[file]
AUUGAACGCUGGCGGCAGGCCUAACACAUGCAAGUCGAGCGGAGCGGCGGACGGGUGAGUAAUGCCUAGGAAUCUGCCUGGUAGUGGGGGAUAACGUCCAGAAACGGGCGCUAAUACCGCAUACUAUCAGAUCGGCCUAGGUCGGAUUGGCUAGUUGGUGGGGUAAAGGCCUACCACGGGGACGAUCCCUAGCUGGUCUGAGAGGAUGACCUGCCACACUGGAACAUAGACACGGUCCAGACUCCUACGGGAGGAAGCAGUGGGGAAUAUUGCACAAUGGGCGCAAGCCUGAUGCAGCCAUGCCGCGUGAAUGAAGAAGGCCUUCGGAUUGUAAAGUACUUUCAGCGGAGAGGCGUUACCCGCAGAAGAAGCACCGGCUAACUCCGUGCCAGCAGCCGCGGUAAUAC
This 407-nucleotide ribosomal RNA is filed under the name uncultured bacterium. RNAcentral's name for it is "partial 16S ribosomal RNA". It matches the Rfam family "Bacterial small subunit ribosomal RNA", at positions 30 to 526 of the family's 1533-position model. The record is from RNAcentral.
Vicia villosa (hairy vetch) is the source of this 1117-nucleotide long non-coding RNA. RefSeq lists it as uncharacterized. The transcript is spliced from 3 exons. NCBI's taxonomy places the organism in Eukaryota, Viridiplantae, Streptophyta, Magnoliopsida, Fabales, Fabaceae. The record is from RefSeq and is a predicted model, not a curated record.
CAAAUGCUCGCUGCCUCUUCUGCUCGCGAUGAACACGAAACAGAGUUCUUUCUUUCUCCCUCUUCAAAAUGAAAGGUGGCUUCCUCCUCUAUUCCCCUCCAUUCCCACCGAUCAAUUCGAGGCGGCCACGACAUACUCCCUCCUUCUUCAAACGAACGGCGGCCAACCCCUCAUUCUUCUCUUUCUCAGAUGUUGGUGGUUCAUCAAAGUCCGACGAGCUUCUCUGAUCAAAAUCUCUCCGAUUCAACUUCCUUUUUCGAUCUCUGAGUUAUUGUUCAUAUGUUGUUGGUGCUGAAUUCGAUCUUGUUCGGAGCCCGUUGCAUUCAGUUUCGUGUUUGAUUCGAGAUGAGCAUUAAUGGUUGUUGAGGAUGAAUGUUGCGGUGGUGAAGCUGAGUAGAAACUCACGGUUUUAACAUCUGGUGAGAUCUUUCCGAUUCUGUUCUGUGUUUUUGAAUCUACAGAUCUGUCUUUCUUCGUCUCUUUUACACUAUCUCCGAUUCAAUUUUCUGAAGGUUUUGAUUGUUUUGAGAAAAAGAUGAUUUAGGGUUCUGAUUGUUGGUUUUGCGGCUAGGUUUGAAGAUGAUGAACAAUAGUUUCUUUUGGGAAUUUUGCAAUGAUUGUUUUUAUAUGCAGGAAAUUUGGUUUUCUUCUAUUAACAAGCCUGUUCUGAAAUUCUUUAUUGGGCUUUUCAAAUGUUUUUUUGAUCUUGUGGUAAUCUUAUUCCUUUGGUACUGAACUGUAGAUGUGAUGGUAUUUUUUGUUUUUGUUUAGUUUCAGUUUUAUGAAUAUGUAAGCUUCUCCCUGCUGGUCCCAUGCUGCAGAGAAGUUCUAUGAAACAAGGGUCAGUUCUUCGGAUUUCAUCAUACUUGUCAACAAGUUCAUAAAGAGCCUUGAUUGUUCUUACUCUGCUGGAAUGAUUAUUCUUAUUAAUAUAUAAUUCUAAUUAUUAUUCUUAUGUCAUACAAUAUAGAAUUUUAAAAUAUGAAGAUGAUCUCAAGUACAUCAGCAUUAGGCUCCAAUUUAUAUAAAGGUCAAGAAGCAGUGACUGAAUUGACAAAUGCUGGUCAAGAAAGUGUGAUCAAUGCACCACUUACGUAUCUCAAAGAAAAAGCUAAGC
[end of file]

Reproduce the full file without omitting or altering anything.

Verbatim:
AUUGAACGCUGGCGGCAGGCCUAACACAUGCAAGUCGAGCGGAGCGGCGGACGGGUGAGUAAUGCCUAGGAAUCUGCCUGGUAGUGGGGGAUAACGUCCAGAAACGGGCGCUAAUACCGCAUACUAUCAGAUCGGCCUAGGUCGGAUUGGCUAGUUGGUGGGGUAAAGGCCUACCACGGGGACGAUCCCUAGCUGGUCUGAGAGGAUGACCUGCCACACUGGAACAUAGACACGGUCCAGACUCCUACGGGAGGAAGCAGUGGGGAAUAUUGCACAAUGGGCGCAAGCCUGAUGCAGCCAUGCCGCGUGAAUGAAGAAGGCCUUCGGAUUGUAAAGUACUUUCAGCGGAGAGGCGUUACCCGCAGAAGAAGCACCGGCUAACUCCGUGCCAGCAGCCGCGGUAAUAC
This 407-nucleotide ribosomal RNA is filed under the name uncultured bacterium. RNAcentral's name for it is "partial 16S ribosomal RNA". It matches the Rfam family "Bacterial small subunit ribosomal RNA", at positions 30 to 526 of the family's 1533-position model. The record is from RNAcentral.
Vicia villosa (hairy vetch) is the source of this 1117-nucleotide long non-coding RNA. RefSeq lists it as uncharacterized. The transcript is spliced from 3 exons. NCBI's taxonomy places the organism in Eukaryota, Viridiplantae, Streptophyta, Magnoliopsida, Fabales, Fabaceae. The record is from RefSeq and is a predicted model, not a curated record.
CAAAUGCUCGCUGCCUCUUCUGCUCGCGAUGAACACGAAACAGAGUUCUUUCUUUCUCCCUCUUCAAAAUGAAAGGUGGCUUCCUCCUCUAUUCCCCUCCAUUCCCACCGAUCAAUUCGAGGCGGCCACGACAUACUCCCUCCUUCUUCAAACGAACGGCGGCCAACCCCUCAUUCUUCUCUUUCUCAGAUGUUGGUGGUUCAUCAAAGUCCGACGAGCUUCUCUGAUCAAAAUCUCUCCGAUUCAACUUCCUUUUUCGAUCUCUGAGUUAUUGUUCAUAUGUUGUUGGUGCUGAAUUCGAUCUUGUUCGGAGCCCGUUGCAUUCAGUUUCGUGUUUGAUUCGAGAUGAGCAUUAAUGGUUGUUGAGGAUGAAUGUUGCGGUGGUGAAGCUGAGUAGAAACUCACGGUUUUAACAUCUGGUGAGAUCUUUCCGAUUCUGUUCUGUGUUUUUGAAUCUACAGAUCUGUCUUUCUUCGUCUCUUUUACACUAUCUCCGAUUCAAUUUUCUGAAGGUUUUGAUUGUUUUGAGAAAAAGAUGAUUUAGGGUUCUGAUUGUUGGUUUUGCGGCUAGGUUUGAAGAUGAUGAACAAUAGUUUCUUUUGGGAAUUUUGCAAUGAUUGUUUUUAUAUGCAGGAAAUUUGGUUUUCUUCUAUUAACAAGCCUGUUCUGAAAUUCUUUAUUGGGCUUUUCAAAUGUUUUUUUGAUCUUGUGGUAAUCUUAUUCCUUUGGUACUGAACUGUAGAUGUGAUGGUAUUUUUUGUUUUUGUUUAGUUUCAGUUUUAUGAAUAUGUAAGCUUCUCCCUGCUGGUCCCAUGCUGCAGAGAAGUUCUAUGAAACAAGGGUCAGUUCUUCGGAUUUCAUCAUACUUGUCAACAAGUUCAUAAAGAGCCUUGAUUGUUCUUACUCUGCUGGAAUGAUUAUUCUUAUUAAUAUAUAAUUCUAAUUAUUAUUCUUAUGUCAUACAAUAUAGAAUUUUAAAAUAUGAAGAUGAUCUCAAGUACAUCAGCAUUAGGCUCCAAUUUAUAUAAAGGUCAAGAAGCAGUGACUGAAUUGACAAAUGCUGGUCAAGAAAGUGUGAUCAAUGCACCACUUACGUAUCUCAAAGAAAAAGCUAAGC